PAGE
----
Conner Youngblood carries a sense of home with him wherever he goes. It’s blazoned plainly in the form of paraphernalia all over his set – there’s a “Don’t Mess with Texas” sticker on the back of his synthesizer and one that boasts Yale Wrestling plastered on the keyboard. When he plays, even with all the lights dimmed except for one illuminating only him, it still feels less like a performance and more like loitering in a living room.
Even though that warm familiarity follows Youngblood, defining “home” is something he’s still not quite sure how to navigate. “Right now, home has been in my car,” he said. “That’s where I’ve been spending the most time.”
Youngblood is currently on his first U.S. headlining tour. He has been driving all around the country, kicking off in his birthplace, Dallas, and hitting almost every major city. The shows have been mostly unfettered by any sort of structural rigidity, according to the musician. “They feel real,” he said, as we sat and talked on a bench near midnight after his show in New York City.
And “real” is probably the best word to describe Youngblood’s essence. Onstage, he tinkers with a slew of instruments, piecing together the production of each song right in front of the audience. He loops layer upon layer until the venue is reverberating with a wall of sound, and then it suddenly drops into just a muted backbeat that sounds like it’s coming from the other room.
Between songs, Youngblood conversationally divulges the stories behind them or discusses logistics with the sound technician. The informality of it all makes the room feel like we’re being let in on a behind-the-scenes, voyeuristic even, glimpse at the artist’s process. For these few moments, we are invited into his world, all the way down to the minutiae: his pet dog, Juneau, weaves his way freely through the crowd during the set, then positions himself comfortably on the dog bed wedged between the jungle of instruments behind Youngblood.
Though his stage presence is low-key at most, Youngblood has no shortage of brag-worthy accomplishments racked up. He is proficient in over 15 instruments, holds a degree from Yale University, and, to my bewilderment, whipped out his flip phone during our conversation. In 2017.
But that doesn’t stop him from being one of the most curious and self-effacing rising names in music. While many lyricists stick to writing what they know, he takes a different approach and instead delves into obscure topics he has little to no previous experience with.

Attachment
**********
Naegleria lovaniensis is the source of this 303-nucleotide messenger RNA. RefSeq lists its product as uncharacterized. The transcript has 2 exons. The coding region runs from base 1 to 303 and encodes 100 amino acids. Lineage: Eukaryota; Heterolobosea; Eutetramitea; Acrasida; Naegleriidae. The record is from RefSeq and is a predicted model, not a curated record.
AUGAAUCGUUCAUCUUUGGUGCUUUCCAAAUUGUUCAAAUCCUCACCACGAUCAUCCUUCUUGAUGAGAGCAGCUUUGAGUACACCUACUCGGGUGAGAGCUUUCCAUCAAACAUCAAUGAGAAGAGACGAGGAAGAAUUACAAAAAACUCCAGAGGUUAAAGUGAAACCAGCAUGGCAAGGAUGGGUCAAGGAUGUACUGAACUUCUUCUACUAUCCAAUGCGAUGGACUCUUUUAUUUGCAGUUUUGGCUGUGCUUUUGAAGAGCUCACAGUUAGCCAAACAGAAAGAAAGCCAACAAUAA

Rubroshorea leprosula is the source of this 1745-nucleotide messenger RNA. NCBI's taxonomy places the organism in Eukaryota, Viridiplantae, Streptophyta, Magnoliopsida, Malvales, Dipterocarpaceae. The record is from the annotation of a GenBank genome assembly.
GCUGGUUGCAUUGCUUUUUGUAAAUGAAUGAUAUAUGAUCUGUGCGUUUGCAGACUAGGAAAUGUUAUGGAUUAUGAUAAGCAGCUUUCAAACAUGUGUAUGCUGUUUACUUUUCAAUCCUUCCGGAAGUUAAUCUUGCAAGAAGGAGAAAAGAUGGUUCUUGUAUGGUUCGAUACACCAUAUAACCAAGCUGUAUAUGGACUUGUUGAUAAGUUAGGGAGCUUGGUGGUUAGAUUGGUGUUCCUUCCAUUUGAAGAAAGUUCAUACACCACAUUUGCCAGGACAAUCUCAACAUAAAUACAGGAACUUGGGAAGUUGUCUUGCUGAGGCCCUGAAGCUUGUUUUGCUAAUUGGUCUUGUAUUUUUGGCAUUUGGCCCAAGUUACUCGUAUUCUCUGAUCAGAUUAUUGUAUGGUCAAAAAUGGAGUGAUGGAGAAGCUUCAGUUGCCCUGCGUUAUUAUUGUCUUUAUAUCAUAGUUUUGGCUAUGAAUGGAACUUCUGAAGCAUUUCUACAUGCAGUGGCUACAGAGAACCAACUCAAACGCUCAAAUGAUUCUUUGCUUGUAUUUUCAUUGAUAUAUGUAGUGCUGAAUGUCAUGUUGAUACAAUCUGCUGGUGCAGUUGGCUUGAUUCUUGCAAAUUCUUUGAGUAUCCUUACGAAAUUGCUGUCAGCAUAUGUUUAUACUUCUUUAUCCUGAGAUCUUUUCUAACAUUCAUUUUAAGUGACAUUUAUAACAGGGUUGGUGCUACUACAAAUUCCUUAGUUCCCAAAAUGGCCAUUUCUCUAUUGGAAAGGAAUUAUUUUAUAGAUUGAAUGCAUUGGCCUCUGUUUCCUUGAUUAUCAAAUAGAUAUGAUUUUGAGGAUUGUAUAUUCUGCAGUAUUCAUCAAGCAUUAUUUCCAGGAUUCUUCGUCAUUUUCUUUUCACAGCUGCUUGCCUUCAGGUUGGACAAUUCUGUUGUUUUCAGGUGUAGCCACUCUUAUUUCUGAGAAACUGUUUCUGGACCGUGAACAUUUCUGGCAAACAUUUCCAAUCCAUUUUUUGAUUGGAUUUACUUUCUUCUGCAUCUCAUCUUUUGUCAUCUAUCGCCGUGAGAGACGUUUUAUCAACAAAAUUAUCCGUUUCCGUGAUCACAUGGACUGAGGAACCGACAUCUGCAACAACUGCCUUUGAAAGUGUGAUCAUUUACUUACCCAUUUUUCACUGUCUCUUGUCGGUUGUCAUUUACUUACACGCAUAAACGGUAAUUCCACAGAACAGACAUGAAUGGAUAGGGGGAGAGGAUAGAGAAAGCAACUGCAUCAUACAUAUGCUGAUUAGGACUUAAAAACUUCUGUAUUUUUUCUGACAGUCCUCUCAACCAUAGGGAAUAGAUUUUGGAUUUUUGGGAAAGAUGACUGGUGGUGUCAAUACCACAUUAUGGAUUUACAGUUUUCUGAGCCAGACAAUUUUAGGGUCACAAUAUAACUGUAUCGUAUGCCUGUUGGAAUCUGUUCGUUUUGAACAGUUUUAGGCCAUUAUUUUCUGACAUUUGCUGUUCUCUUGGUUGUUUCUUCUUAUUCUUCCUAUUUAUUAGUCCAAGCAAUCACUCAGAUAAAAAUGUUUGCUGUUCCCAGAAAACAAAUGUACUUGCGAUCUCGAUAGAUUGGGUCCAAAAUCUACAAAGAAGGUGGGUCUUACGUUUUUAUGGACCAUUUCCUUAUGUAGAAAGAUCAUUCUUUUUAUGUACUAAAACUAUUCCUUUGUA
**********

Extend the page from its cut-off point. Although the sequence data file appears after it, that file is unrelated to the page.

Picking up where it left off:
“I go down rabbit holes pretty deep,” Youngblood explained. “I’ve written entire songs based off of things I’ve read on Wikipedia. I did the Badlands video because I liked what it looked like based on Google images.” He tends to travel to these sites after completing the writing and recording processes – on his list are places like Poland, Louisiana, and a soon-to-be-released music video for The Birds of Finland that he shot in Norway and Sweden with a friend.
In a way, it’s a catalyst for maintaining the spirit that makes this whole thing worth doing. He winces when I mention the word “content”, as it’s probably the most overrun and hollow term that runs through creative industries today.
“That’s what happens,” he said about the tendency to diminish art to mere content. “Like everyday I get a new email that’s like, ‘We need content,’ and I’m like, ‘Fuck off.’ I’ll let you know when I have something.” Though Youngblood signed to a record label last year, he still meticulously devises his own modus operandi, from the artwork, to the videos, to the production of every song.
Youngblood’s musical career up until this point has been consistently DIY. And he plans on keeping it that way in the album set to drop early next year, the first since his 2012 record Sketches, while continuing to focus on and tighten his musicality. “It still sounds like me because I’m producing it, but the new songs are different,” he said. “I like hearing my voice more in songs. I’m trying to sing clearer with less reverb. I used to just stack layers of stuff and it was cool, but that was mostly a defense mechanism. And now I’ll just spend all day, even longer, just getting one take I like and really focusing on the timbre of my voice.”
In the last five years, Youngblood has gathered a wealth of new experiences, relationships, and influences behind him. He’s been sharing snapshots of his life on Instagram, where almost all of his photos are taken with a 35mm disposable camera. But sometimes the moment is too pressing, the memory too compelling, that it calls for a swift iPad capture. Most of those ones end up as selfies that break up his fluid film-only feed – “it throws off the aesthetic,” he said – but it keeps his online presence feeling personal and true. And as for what to expect from Youngblood in the future, we can rest assured that his approach to art is the same as his response when I suggested that he just edit his iPad selfies to blend in with everything else: “Nope. I’m all ‘no filter.’”